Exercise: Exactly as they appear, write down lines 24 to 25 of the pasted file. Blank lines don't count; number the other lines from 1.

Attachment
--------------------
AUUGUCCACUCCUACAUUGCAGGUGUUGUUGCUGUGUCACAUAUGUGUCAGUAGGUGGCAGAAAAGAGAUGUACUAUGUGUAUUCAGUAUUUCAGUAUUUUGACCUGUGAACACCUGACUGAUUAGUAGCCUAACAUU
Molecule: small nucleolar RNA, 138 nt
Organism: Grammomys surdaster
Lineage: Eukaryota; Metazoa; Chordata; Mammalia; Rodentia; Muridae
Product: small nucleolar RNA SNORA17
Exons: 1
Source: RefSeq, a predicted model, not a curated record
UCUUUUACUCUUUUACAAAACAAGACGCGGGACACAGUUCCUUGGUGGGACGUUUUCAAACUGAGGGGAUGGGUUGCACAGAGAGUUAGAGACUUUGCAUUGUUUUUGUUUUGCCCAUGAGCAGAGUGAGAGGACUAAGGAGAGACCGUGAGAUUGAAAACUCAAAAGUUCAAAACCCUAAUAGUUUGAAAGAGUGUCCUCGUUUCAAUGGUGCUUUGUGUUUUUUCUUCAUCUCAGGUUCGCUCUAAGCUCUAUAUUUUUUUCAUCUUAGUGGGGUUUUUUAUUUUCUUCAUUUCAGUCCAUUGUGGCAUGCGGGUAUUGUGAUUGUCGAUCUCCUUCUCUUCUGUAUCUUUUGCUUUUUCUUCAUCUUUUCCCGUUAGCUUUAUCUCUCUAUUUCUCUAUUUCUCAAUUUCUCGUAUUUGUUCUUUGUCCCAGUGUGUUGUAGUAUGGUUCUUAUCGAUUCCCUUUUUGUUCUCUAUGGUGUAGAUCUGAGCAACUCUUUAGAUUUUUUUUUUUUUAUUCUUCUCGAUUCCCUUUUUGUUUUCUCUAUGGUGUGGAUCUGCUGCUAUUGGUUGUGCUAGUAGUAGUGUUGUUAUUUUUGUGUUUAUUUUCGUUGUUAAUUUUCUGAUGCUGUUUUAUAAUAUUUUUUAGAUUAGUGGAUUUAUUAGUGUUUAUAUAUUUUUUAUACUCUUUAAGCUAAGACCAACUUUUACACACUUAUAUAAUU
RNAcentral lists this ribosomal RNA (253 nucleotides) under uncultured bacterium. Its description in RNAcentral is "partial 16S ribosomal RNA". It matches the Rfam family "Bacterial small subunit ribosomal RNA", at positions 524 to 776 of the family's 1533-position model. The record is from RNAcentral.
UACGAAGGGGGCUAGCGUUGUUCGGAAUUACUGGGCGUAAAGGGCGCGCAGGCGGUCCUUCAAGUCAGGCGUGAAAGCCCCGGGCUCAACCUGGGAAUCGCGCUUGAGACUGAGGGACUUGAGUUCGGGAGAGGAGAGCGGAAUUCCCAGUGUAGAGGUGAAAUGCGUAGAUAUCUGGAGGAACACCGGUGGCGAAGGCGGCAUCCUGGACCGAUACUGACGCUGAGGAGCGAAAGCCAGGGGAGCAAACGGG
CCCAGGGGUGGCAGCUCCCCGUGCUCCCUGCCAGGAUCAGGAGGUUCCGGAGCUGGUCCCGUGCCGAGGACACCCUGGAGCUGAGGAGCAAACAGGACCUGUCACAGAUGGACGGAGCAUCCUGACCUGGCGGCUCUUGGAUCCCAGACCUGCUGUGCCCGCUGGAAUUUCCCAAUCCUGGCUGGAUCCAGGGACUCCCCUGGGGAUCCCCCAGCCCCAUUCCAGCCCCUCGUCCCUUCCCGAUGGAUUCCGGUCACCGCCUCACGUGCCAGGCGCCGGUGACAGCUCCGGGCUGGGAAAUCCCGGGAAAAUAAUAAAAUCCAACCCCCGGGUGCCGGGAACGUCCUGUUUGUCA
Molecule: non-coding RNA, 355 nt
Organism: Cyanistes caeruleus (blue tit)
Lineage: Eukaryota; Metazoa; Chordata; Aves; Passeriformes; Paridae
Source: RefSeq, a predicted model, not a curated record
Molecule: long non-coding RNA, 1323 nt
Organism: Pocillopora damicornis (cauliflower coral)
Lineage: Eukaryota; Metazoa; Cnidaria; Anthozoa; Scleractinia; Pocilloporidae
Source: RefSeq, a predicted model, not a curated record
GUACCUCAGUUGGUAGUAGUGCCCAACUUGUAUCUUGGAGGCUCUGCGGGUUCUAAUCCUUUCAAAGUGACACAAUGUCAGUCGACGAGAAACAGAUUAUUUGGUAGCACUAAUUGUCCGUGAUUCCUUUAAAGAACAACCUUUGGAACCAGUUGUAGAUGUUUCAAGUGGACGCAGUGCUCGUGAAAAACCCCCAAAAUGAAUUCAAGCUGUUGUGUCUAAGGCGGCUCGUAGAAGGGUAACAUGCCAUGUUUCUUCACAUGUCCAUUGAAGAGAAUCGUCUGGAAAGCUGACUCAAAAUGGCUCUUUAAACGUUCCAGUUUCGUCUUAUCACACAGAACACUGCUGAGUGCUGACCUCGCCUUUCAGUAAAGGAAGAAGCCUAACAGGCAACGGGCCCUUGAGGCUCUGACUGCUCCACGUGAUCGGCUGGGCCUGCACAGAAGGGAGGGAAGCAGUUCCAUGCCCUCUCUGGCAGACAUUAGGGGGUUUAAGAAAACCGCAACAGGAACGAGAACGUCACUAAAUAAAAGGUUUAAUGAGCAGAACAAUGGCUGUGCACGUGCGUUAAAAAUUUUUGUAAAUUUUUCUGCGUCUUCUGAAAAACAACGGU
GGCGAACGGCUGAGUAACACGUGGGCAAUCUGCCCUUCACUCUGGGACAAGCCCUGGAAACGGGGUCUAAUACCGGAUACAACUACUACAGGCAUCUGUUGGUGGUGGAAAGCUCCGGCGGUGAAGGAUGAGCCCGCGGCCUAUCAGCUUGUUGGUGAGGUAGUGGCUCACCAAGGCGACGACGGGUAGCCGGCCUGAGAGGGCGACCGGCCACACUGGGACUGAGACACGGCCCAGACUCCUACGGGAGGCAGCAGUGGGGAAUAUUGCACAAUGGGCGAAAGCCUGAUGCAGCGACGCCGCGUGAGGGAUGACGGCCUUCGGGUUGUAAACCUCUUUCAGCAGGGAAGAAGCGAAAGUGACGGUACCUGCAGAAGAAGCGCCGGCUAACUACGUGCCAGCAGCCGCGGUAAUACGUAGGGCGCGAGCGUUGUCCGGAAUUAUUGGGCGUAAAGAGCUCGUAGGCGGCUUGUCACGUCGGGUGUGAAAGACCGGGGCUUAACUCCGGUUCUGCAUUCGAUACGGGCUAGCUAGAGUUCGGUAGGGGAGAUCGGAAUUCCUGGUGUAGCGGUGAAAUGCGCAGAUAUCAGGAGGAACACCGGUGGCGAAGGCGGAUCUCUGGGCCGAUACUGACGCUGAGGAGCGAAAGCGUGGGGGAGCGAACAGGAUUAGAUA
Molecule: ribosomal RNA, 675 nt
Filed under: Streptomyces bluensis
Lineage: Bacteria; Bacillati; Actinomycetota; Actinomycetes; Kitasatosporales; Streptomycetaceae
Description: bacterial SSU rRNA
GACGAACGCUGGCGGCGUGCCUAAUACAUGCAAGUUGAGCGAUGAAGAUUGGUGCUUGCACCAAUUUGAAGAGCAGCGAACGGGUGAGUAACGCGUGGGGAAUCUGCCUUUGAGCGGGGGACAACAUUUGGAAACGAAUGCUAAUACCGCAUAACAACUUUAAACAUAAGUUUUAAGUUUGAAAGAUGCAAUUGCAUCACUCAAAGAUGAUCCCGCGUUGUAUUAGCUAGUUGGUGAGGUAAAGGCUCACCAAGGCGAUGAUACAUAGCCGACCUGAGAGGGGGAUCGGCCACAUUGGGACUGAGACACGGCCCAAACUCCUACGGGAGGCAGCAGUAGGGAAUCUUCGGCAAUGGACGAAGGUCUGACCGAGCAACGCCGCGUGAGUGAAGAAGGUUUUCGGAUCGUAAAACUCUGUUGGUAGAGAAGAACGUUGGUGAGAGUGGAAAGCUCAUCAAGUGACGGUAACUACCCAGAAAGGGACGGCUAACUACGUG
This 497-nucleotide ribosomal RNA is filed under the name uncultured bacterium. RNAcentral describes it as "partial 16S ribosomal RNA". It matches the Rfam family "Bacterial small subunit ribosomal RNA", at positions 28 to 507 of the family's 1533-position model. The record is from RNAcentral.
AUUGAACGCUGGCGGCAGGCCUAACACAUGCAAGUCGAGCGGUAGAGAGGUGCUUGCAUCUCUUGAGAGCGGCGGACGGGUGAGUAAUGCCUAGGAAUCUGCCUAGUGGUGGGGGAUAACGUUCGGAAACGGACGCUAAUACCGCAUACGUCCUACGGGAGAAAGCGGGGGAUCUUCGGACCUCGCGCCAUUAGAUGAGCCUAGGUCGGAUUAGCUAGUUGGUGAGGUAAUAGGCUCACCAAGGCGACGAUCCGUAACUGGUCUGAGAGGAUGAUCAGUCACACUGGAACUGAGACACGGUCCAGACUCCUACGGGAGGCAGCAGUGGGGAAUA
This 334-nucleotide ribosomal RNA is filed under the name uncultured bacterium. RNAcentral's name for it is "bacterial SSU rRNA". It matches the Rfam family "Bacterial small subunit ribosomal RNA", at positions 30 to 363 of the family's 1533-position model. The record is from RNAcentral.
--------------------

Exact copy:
Lineage: Bacteria; Bacillati; Actinomycetota; Actinomycetes; Kitasatosporales; Streptomycetaceae
Description: bacterial SSU rRNA